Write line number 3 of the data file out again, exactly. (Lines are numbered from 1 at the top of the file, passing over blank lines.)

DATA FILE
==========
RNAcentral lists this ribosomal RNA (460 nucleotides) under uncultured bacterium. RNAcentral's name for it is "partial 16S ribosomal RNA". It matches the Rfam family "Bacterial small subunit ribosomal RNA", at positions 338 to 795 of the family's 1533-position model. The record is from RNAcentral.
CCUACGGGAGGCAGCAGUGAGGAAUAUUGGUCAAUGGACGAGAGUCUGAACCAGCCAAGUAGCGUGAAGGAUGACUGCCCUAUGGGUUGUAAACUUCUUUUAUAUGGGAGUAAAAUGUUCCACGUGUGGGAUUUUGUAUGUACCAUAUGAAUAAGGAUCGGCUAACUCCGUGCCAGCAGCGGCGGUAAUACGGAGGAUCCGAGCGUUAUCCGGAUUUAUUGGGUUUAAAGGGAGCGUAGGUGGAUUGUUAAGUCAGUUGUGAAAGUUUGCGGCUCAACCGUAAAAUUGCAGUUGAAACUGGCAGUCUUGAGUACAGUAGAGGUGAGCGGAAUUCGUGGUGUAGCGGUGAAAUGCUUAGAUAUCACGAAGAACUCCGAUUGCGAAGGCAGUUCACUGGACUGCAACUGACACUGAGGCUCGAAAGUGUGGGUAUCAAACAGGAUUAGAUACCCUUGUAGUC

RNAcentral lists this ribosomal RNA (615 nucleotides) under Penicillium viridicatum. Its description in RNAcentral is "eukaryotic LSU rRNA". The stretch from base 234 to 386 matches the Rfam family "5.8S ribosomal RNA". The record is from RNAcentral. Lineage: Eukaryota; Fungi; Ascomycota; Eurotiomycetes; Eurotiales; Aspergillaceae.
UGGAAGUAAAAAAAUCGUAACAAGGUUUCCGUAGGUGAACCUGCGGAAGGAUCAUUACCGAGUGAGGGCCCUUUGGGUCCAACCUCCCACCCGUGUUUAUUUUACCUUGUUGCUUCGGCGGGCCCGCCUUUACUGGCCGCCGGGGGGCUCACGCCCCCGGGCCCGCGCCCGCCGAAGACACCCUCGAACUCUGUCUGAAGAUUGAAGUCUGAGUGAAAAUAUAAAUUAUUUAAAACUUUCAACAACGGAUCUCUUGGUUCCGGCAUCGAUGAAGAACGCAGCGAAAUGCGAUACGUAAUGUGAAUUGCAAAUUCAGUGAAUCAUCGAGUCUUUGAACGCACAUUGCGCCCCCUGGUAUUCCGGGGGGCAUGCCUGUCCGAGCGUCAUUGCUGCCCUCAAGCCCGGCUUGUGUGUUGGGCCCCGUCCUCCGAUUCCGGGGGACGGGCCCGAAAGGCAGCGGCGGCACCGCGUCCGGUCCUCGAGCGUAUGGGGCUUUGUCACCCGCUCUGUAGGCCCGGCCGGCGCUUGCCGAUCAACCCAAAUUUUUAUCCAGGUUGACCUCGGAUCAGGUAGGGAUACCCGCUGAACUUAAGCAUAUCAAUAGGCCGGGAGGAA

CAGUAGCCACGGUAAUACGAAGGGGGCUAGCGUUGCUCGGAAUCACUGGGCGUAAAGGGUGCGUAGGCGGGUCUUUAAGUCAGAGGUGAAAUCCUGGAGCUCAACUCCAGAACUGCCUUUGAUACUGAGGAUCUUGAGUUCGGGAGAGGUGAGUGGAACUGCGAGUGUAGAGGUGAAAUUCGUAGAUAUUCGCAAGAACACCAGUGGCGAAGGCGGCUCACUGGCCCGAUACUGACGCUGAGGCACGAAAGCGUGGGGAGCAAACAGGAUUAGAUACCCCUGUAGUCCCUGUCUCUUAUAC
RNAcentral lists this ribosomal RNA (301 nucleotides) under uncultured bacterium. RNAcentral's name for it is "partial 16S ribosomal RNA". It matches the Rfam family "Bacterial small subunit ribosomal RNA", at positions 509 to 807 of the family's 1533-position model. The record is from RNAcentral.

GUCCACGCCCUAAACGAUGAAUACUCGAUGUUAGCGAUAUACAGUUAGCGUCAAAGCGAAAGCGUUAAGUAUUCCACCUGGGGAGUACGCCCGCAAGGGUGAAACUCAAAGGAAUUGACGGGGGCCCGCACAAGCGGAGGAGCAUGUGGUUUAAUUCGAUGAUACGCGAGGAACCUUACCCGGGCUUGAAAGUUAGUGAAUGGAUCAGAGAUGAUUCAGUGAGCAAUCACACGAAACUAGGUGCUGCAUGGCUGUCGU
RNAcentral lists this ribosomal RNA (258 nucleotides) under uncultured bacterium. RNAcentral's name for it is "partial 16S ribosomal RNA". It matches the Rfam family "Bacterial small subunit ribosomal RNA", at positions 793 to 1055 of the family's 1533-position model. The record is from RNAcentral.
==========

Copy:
RNAcentral lists this ribosomal RNA (615 nucleotides) under Penicillium viridicatum. Its description in RNAcentral is "eukaryotic LSU rRNA". The stretch from base 234 to 386 matches the Rfam family "5.8S ribosomal RNA". The record is from RNAcentral. Lineage: Eukaryota; Fungi; Ascomycota; Eurotiomycetes; Eurotiales; Aspergillaceae.